Moray eels have a problem. Like other eels, they are the descendants of fish that use a method called gape suction feeding in order to gather food. Essentially, this requires a mouth that can expand very rapidly, creating a huge rush of water into the fish’s mouth, and dragging along any prey item caught in the wake. Eels, though, because of their slender bodies and specialized skull, don’t have the gape to create the suction needed to eat this way. So, in order to pull food into their mouths and down into their throats, moray eels have evolved a second set of jaws.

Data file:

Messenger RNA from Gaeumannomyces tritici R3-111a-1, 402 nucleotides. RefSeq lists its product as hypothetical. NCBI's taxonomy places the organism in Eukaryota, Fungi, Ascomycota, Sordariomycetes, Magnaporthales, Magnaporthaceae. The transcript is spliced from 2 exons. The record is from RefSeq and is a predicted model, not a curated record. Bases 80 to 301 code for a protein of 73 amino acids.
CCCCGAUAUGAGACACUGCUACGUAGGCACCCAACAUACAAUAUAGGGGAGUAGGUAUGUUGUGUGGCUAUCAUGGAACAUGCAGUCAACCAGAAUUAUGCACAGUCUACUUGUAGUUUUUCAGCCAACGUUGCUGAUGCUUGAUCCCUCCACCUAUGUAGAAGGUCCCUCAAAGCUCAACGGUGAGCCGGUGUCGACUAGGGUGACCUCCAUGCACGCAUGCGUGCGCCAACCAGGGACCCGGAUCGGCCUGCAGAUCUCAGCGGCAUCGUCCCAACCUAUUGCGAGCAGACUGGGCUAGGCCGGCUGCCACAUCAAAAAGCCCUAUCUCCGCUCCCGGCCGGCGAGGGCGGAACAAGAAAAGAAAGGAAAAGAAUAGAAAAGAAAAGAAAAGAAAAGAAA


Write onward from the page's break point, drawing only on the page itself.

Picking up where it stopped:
Derived from gill arches, these jaws sit in the back of the moray’s throat. When an eel bites down on a prey item, these jaws swing forward, grasp the prey, and then move backwards in order to pull the food down into the eel’s throat.